These findings are broadly in line with those of other surveys investigating the same issue. In releasing the results of a recent survey it carried out, the European Independent Vape Alliance (IEVA) highlighted two findings:

1) More than 80 percent of smokers who switched to e-cigarettes had completely stopped smoking.

2) About 65 percent of vapers in Europe used fruit or sweet liquids.

In further commenting on the results of the survey, in which more than 3,300 European e-cigarette users took part, the IEVA said the variety of flavors available seemed to be one of the most important factors in decisions about e-cigarette use. Forty percent of vapers used fruit-flavored e-liquids and 25 percent preferred other sweet flavors. Thirty-five percent chose to use tobacco-flavored e-liquids.

When the IEVA asked the participants how they would react if all e-liquid flavors except tobacco flavors were banned, 20 percent said they would switch to tobacco flavors. But 31 percent said they would buy e-liquid flavors on the black market while nine percent said they would start smoking again.

“Our survey confirms previous research that e-cigarette flavors are crucial for adult smokers,” said Dustin Dahlmann, president of the IEVA. “A flavor ban must be avoided at all costs because it would lead many vapers to buy unregulated products on the black market or to start smoking again. And this would endanger the great opportunity that many more smokers will stop smoking with the help of the e-cigarette.”


Safe for hypocrisy

The evidence seems overwhelming that bans on popular e-liquid flavors would be negative in respect of public health. But there are a lot of people calling for such bans. The major problem here is that flavors are seen as vaping’s Achilles’ heel by those opposed to smokers switching from smoking to vaping. Flavors can be attacked on the grounds that they appeal to young people, and, because of the emotions elicited by the very mention of young people, these attacks hit home, no matter how feeble the evidential artillery is. People who are happy to sit alongside pavements with the engines of their motionless vehicles running and pumping out toxic fumes from exhaust pipes set at child-buggy height would be horrified at the thought that a young person might try vaping. As somebody almost once said, we have a tendency to make the world safe only for hypocrisy.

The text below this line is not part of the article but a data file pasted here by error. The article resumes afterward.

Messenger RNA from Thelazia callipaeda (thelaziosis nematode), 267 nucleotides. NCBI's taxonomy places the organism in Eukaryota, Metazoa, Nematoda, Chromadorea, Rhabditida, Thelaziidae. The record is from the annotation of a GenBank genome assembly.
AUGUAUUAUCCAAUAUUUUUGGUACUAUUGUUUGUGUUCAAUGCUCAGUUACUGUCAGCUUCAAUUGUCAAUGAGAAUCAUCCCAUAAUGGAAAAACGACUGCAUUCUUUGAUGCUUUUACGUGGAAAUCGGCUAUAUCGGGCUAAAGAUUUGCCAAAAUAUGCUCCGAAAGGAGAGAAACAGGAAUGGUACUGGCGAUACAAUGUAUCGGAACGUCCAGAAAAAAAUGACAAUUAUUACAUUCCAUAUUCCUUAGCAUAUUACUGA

Another problem is one that stems from the fact that, as H.G. Wells was once said to have observed, a newspaper is a device incapable of distinguishing between a bicycle accident and the end of civilization. Newspapers often report lurid stories about vaping and, especially, e-liquids, that are based on “scientific” findings—stories that often turn out to have been misleading or plain wrong. Sometimes the science itself is flawed and sometimes the flaws are inserted in a newspaper’s attempt to try to simplify the science and its findings for a general audience. Often, this attempt at simplification does more harm than good, especially given that it will be based too on a need to make the bicycle accident look like the end of civilization.

An apparent example of how unhelpful science can be was pointed out recently in a story by Diane Caruana in the Vaping Post. Apparently, after reports appeared in the Italian press of vaping flavor presentations made by scientists from the U.S.’ Duke and Yale universities at a meeting of the European Respiratory Society, the National Association for United Vapers issued a statement that included a quote from Fabio Beatrice, director of the ENT department of the San Giovanni Bosco Hospital in Turin and the Nosocomio Anti-Smoking Center, who said that the study seemed to have been designed in such a way as to expose “predisposed subjects” to extreme situations to support a thesis. Studies such as these had the serious side effect of causing consumers to relapse into traditional cigarette addiction, he added.